The fact that Frederick was the most senior soldier involved in the abuses and that he accepted responsibility for taking part in them could carry even more weight in the pending cases. Lower-ranking soldiers facing criminal charges -- such as Pfc. Lynndie R. England, whose court-martial is scheduled to begin in January -- are expected to argue that they did what their superiors ordered them to do. England's attorneys have also suggested that the culture at Abu Ghraib encouraged and condoned such activities.
England's lead civilian attorney, Richard A. Hernandez, said he was pleased that Frederick entered a guilty plea because it made him available to testify at England's trial. He said he believed Frederick's testimony could only help his client. England's defense team has been arguing that she was following orders from higher-ranking soldiers at Abu Ghraib.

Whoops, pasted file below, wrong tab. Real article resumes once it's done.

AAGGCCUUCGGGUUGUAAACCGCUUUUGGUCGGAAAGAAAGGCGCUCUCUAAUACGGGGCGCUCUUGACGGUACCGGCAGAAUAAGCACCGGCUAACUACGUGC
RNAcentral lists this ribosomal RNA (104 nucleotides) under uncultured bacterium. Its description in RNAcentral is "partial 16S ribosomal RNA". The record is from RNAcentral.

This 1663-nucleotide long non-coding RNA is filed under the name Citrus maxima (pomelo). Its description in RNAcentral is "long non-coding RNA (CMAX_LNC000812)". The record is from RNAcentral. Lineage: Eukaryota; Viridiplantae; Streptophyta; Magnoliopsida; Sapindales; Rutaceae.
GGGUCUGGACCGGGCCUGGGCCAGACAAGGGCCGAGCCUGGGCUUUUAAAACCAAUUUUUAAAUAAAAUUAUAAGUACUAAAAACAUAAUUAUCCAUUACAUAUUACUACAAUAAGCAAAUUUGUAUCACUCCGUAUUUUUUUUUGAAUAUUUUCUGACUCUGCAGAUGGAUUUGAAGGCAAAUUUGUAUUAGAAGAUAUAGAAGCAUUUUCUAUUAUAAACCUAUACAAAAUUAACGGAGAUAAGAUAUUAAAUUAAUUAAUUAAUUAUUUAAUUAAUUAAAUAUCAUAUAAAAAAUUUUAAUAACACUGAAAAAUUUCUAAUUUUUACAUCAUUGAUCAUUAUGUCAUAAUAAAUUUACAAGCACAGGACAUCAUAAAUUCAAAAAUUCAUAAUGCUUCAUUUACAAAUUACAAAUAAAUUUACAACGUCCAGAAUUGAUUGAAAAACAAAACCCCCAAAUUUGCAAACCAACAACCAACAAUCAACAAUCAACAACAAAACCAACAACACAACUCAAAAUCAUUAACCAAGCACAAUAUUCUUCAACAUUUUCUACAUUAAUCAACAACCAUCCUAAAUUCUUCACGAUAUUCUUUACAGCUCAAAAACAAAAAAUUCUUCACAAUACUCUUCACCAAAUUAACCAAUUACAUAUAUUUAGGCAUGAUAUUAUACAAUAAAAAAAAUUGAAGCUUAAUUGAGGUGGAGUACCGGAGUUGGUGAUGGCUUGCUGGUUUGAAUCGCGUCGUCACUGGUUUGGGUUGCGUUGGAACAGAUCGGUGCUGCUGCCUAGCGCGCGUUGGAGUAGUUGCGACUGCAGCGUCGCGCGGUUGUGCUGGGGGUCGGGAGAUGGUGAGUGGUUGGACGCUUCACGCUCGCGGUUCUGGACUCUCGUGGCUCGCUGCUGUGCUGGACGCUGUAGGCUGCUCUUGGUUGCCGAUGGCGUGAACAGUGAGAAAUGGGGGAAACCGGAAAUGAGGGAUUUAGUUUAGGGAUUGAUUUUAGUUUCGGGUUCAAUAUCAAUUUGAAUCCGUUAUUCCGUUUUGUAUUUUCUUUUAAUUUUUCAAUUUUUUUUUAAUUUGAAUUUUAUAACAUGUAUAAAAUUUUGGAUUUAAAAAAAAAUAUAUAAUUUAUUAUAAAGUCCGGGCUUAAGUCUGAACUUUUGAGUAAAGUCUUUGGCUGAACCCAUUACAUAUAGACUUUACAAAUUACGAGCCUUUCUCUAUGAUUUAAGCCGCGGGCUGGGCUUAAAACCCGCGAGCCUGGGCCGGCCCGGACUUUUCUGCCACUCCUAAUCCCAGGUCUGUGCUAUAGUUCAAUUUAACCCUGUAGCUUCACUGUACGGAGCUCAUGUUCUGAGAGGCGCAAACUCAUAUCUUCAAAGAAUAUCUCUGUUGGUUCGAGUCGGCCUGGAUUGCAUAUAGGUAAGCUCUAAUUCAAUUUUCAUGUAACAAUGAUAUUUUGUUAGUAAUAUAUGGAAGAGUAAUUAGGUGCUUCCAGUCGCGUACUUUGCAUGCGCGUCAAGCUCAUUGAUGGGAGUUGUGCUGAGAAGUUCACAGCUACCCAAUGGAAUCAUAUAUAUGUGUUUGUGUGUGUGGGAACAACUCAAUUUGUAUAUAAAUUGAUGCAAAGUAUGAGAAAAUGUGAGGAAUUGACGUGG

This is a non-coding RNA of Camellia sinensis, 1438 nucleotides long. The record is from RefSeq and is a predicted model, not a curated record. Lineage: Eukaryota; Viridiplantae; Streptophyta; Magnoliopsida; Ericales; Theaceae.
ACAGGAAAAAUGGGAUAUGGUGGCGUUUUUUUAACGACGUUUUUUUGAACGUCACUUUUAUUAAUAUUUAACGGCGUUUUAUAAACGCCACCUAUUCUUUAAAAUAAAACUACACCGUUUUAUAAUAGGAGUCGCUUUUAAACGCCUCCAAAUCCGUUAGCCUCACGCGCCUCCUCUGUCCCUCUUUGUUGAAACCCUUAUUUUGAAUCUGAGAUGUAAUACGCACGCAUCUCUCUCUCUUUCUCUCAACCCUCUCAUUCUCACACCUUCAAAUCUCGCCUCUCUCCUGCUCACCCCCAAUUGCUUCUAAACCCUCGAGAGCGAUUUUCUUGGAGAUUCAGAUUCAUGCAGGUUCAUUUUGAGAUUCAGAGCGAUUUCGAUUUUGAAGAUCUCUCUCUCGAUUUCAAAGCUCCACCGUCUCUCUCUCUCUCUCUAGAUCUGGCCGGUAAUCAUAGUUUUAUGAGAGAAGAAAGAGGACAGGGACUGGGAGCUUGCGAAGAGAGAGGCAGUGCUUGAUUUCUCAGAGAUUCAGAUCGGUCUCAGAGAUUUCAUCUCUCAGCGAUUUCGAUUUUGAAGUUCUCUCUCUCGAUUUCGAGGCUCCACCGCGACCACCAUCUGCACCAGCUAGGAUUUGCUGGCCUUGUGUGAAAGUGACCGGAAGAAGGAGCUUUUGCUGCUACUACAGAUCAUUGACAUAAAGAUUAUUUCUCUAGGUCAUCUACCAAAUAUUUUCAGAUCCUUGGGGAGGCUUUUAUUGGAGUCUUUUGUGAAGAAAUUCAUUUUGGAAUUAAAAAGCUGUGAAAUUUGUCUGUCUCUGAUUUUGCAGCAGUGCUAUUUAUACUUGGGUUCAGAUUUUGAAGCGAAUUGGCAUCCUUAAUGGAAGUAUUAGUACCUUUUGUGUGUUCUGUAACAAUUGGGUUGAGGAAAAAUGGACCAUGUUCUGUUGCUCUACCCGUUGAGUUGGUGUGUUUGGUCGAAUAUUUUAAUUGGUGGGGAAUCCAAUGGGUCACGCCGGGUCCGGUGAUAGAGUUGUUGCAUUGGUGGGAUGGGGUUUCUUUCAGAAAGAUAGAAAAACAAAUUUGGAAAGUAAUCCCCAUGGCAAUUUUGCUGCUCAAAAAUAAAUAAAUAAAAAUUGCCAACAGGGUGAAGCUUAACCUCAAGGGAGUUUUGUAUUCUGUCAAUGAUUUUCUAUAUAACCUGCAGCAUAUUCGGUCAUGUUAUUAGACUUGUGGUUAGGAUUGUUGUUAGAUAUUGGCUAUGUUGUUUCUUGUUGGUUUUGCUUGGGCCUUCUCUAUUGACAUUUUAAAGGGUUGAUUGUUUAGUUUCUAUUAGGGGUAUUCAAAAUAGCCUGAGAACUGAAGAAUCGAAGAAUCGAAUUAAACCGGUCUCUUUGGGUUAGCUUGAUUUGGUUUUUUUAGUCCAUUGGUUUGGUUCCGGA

"The orders were passed down from above," Hernandez said. "This is what we have been saying all along."
Meanwhile, the husband of a kidnapped aid official appealed to his wife's captors on Wednesday on the al-Arabiya satellite television network.
"We are in Ramadan, the holy month," said Tahseen Ali Hassan, an Iraqi who is married to Margaret Hassan, director of operations in Iraq for CARE International, a relief group carrying out health and water projects in the country. "My wife has been in Iraq for 30 years to help the Iraqis. She loves Iraq. We appeal to the kidnappers, in the name of Islam, brotherhood and humanity, we ask them to release her. She is not involved in politics. She does only humanitarian projects."